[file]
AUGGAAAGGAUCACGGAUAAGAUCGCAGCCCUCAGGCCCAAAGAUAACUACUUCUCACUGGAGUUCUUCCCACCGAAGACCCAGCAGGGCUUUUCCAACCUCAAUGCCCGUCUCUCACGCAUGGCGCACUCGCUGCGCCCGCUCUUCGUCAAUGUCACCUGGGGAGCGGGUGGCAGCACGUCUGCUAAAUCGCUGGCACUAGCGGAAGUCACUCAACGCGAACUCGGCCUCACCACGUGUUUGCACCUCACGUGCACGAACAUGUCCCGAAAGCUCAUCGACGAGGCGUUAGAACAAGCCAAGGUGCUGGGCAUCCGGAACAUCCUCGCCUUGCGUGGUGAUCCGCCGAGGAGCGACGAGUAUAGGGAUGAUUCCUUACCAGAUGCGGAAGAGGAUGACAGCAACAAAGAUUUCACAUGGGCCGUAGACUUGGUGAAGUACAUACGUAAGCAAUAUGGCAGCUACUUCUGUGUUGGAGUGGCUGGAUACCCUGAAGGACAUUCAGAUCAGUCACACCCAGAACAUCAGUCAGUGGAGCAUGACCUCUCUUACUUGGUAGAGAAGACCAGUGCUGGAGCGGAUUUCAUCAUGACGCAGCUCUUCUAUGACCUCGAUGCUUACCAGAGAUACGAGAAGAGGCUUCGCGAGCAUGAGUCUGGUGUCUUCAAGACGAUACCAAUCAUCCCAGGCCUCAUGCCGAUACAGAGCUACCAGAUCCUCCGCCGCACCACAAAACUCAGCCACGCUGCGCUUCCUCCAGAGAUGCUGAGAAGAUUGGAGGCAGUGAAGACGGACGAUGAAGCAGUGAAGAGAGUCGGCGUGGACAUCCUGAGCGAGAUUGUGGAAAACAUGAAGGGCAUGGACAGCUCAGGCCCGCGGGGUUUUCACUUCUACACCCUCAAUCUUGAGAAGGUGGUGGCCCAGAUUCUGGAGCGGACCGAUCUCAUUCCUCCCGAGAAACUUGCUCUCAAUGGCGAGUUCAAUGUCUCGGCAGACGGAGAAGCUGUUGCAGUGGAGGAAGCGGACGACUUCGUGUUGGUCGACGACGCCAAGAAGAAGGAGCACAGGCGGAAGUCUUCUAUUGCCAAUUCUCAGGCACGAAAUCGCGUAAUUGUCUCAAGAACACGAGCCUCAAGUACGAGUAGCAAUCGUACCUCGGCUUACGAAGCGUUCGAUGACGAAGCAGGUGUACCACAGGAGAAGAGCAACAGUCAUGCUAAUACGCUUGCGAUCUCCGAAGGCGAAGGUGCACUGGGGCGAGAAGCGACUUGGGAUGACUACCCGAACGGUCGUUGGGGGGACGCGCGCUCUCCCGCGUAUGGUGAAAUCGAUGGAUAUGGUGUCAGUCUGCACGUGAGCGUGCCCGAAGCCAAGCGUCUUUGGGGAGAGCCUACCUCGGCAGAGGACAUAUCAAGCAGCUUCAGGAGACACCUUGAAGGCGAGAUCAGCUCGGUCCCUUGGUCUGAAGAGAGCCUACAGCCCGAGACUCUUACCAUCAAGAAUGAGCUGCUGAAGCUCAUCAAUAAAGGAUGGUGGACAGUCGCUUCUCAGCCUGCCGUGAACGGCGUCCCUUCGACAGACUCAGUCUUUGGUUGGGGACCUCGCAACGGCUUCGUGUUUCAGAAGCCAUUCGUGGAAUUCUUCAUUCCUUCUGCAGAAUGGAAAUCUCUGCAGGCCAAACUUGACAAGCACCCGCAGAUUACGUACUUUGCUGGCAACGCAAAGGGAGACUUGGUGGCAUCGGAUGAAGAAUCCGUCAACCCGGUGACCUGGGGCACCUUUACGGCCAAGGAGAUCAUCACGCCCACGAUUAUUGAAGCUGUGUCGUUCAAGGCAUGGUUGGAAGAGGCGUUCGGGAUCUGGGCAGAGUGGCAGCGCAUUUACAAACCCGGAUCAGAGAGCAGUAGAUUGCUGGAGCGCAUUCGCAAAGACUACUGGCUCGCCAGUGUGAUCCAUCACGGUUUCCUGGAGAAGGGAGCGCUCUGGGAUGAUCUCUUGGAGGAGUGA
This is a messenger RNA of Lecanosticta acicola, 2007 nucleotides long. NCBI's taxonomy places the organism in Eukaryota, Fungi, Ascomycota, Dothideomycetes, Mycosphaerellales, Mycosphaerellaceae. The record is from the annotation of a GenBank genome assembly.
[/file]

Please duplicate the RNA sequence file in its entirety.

AUGGAAAGGAUCACGGAUAAGAUCGCAGCCCUCAGGCCCAAAGAUAACUACUUCUCACUGGAGUUCUUCCCACCGAAGACCCAGCAGGGCUUUUCCAACCUCAAUGCCCGUCUCUCACGCAUGGCGCACUCGCUGCGCCCGCUCUUCGUCAAUGUCACCUGGGGAGCGGGUGGCAGCACGUCUGCUAAAUCGCUGGCACUAGCGGAAGUCACUCAACGCGAACUCGGCCUCACCACGUGUUUGCACCUCACGUGCACGAACAUGUCCCGAAAGCUCAUCGACGAGGCGUUAGAACAAGCCAAGGUGCUGGGCAUCCGGAACAUCCUCGCCUUGCGUGGUGAUCCGCCGAGGAGCGACGAGUAUAGGGAUGAUUCCUUACCAGAUGCGGAAGAGGAUGACAGCAACAAAGAUUUCACAUGGGCCGUAGACUUGGUGAAGUACAUACGUAAGCAAUAUGGCAGCUACUUCUGUGUUGGAGUGGCUGGAUACCCUGAAGGACAUUCAGAUCAGUCACACCCAGAACAUCAGUCAGUGGAGCAUGACCUCUCUUACUUGGUAGAGAAGACCAGUGCUGGAGCGGAUUUCAUCAUGACGCAGCUCUUCUAUGACCUCGAUGCUUACCAGAGAUACGAGAAGAGGCUUCGCGAGCAUGAGUCUGGUGUCUUCAAGACGAUACCAAUCAUCCCAGGCCUCAUGCCGAUACAGAGCUACCAGAUCCUCCGCCGCACCACAAAACUCAGCCACGCUGCGCUUCCUCCAGAGAUGCUGAGAAGAUUGGAGGCAGUGAAGACGGACGAUGAAGCAGUGAAGAGAGUCGGCGUGGACAUCCUGAGCGAGAUUGUGGAAAACAUGAAGGGCAUGGACAGCUCAGGCCCGCGGGGUUUUCACUUCUACACCCUCAAUCUUGAGAAGGUGGUGGCCCAGAUUCUGGAGCGGACCGAUCUCAUUCCUCCCGAGAAACUUGCUCUCAAUGGCGAGUUCAAUGUCUCGGCAGACGGAGAAGCUGUUGCAGUGGAGGAAGCGGACGACUUCGUGUUGGUCGACGACGCCAAGAAGAAGGAGCACAGGCGGAAGUCUUCUAUUGCCAAUUCUCAGGCACGAAAUCGCGUAAUUGUCUCAAGAACACGAGCCUCAAGUACGAGUAGCAAUCGUACCUCGGCUUACGAAGCGUUCGAUGACGAAGCAGGUGUACCACAGGAGAAGAGCAACAGUCAUGCUAAUACGCUUGCGAUCUCCGAAGGCGAAGGUGCACUGGGGCGAGAAGCGACUUGGGAUGACUACCCGAACGGUCGUUGGGGGGACGCGCGCUCUCCCGCGUAUGGUGAAAUCGAUGGAUAUGGUGUCAGUCUGCACGUGAGCGUGCCCGAAGCCAAGCGUCUUUGGGGAGAGCCUACCUCGGCAGAGGACAUAUCAAGCAGCUUCAGGAGACACCUUGAAGGCGAGAUCAGCUCGGUCCCUUGGUCUGAAGAGAGCCUACAGCCCGAGACUCUUACCAUCAAGAAUGAGCUGCUGAAGCUCAUCAAUAAAGGAUGGUGGACAGUCGCUUCUCAGCCUGCCGUGAACGGCGUCCCUUCGACAGACUCAGUCUUUGGUUGGGGACCUCGCAACGGCUUCGUGUUUCAGAAGCCAUUCGUGGAAUUCUUCAUUCCUUCUGCAGAAUGGAAAUCUCUGCAGGCCAAACUUGACAAGCACCCGCAGAUUACGUACUUUGCUGGCAACGCAAAGGGAGACUUGGUGGCAUCGGAUGAAGAAUCCGUCAACCCGGUGACCUGGGGCACCUUUACGGCCAAGGAGAUCAUCACGCCCACGAUUAUUGAAGCUGUGUCGUUCAAGGCAUGGUUGGAAGAGGCGUUCGGGAUCUGGGCAGAGUGGCAGCGCAUUUACAAACCCGGAUCAGAGAGCAGUAGAUUGCUGGAGCGCAUUCGCAAAGACUACUGGCUCGCCAGUGUGAUCCAUCACGGUUUCCUGGAGAAGGGAGCGCUCUGGGAUGAUCUCUUGGAGGAGUGA
This is a messenger RNA of Lecanosticta acicola, 2007 nucleotides long. NCBI's taxonomy places the organism in Eukaryota, Fungi, Ascomycota, Dothideomycetes, Mycosphaerellales, Mycosphaerellaceae. The record is from the annotation of a GenBank genome assembly.